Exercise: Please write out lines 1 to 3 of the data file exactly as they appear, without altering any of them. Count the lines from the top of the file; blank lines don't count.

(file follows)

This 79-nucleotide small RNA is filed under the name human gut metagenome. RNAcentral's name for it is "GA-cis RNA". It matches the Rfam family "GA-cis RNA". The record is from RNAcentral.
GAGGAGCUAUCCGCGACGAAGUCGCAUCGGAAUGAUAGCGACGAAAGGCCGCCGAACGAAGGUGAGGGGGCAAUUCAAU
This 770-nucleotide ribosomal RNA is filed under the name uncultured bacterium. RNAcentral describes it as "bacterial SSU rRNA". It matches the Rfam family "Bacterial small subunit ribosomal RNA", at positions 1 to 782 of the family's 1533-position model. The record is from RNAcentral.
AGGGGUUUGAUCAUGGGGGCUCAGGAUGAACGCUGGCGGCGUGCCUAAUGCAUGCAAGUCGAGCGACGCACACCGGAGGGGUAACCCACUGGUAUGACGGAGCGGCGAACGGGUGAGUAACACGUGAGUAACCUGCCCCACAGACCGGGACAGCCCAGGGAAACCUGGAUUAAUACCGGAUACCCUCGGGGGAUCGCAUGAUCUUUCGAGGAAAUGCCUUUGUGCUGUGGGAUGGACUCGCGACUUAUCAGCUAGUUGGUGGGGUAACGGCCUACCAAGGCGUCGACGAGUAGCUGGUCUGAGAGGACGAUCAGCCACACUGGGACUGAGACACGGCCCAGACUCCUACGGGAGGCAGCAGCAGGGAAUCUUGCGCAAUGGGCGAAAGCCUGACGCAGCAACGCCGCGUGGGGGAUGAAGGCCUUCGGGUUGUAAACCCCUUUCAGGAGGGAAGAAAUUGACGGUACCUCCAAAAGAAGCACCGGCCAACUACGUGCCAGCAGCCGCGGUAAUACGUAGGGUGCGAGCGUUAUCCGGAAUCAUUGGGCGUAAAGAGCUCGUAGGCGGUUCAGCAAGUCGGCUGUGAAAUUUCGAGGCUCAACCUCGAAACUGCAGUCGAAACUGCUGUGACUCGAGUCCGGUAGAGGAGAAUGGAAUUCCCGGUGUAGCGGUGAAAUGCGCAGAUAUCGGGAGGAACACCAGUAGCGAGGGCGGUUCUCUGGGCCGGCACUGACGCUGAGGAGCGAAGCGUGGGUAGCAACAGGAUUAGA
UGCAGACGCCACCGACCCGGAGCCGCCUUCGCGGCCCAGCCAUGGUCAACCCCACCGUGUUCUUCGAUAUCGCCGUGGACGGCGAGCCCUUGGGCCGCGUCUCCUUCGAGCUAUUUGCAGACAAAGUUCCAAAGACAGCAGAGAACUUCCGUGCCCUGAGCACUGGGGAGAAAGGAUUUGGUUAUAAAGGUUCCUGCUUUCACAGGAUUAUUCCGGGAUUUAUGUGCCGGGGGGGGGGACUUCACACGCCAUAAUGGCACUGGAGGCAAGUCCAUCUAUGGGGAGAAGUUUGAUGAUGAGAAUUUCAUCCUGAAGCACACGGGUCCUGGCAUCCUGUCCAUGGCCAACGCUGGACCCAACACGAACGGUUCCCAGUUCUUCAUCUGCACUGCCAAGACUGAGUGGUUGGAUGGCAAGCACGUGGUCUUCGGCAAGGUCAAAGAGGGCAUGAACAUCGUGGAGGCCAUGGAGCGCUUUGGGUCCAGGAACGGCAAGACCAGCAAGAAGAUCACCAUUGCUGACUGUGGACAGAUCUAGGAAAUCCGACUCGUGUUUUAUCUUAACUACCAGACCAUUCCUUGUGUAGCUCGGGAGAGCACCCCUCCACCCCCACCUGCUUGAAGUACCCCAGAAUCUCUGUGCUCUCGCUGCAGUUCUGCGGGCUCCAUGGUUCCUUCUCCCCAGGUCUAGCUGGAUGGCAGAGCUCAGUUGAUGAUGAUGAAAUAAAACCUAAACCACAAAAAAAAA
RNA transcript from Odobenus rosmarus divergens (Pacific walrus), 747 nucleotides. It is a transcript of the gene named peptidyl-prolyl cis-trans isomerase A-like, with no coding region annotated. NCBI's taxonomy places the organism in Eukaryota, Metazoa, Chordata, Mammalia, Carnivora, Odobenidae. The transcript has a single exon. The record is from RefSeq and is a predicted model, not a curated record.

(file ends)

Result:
This 79-nucleotide small RNA is filed under the name human gut metagenome. RNAcentral's name for it is "GA-cis RNA". It matches the Rfam family "GA-cis RNA". The record is from RNAcentral.
GAGGAGCUAUCCGCGACGAAGUCGCAUCGGAAUGAUAGCGACGAAAGGCCGCCGAACGAAGGUGAGGGGGCAAUUCAAU
This 770-nucleotide ribosomal RNA is filed under the name uncultured bacterium. RNAcentral describes it as "bacterial SSU rRNA". It matches the Rfam family "Bacterial small subunit ribosomal RNA", at positions 1 to 782 of the family's 1533-position model. The record is from RNAcentral.